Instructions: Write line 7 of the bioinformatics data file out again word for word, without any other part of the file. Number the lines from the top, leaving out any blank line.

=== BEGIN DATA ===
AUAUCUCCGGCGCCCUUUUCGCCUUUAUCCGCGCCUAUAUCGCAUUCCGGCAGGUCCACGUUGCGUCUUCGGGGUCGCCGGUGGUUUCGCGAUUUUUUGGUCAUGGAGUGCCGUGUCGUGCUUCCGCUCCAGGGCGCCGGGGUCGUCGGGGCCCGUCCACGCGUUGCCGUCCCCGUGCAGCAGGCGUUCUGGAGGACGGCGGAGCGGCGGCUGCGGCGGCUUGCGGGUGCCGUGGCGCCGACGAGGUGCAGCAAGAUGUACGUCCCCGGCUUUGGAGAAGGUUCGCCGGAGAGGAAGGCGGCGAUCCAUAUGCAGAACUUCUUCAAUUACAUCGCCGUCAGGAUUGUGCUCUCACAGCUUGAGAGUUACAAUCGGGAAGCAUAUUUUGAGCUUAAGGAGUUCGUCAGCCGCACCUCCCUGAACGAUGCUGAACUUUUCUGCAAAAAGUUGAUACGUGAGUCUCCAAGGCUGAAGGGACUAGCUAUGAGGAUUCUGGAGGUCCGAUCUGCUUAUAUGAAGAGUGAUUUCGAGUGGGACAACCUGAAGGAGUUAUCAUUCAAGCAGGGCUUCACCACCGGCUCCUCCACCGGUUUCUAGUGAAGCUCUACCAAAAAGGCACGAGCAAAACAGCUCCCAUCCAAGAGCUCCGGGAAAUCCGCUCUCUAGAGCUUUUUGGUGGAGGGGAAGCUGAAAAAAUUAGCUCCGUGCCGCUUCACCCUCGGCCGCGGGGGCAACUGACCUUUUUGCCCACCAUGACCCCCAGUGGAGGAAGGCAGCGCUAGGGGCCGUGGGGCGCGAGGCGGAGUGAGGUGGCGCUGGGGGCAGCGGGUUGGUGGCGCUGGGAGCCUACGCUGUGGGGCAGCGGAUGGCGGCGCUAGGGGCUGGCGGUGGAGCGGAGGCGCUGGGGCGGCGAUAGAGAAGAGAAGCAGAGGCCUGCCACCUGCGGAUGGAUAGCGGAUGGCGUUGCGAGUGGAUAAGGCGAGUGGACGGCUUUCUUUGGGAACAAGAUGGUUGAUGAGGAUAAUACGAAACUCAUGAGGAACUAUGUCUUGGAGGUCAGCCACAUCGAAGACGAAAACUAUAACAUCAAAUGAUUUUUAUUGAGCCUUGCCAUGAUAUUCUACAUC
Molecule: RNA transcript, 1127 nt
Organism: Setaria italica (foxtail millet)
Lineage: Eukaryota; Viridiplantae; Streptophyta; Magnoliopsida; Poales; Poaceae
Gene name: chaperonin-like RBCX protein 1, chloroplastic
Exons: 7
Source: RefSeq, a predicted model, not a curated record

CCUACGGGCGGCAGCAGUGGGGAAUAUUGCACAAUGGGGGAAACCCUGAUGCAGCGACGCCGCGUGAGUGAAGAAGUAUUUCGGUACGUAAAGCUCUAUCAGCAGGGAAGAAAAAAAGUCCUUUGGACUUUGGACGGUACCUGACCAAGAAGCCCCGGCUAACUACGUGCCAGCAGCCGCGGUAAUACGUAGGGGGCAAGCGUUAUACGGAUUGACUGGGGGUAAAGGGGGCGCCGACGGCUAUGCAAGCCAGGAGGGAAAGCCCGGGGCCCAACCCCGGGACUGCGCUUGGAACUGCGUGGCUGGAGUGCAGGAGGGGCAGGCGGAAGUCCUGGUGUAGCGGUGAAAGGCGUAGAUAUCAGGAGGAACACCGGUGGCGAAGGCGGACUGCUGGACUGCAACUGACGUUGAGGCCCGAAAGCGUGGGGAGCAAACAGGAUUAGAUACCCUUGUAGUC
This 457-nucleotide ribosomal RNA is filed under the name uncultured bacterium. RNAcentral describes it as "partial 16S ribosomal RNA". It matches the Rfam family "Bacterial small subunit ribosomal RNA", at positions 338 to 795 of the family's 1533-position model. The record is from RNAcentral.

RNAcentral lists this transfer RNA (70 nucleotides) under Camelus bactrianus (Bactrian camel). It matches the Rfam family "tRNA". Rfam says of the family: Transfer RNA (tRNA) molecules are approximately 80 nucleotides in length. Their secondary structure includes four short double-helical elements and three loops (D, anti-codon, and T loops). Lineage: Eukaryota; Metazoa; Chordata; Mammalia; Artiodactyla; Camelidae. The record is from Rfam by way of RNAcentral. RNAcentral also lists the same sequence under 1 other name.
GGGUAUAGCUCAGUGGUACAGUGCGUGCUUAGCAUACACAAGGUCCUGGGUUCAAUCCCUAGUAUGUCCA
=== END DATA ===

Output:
Source: RefSeq, a predicted model, not a curated record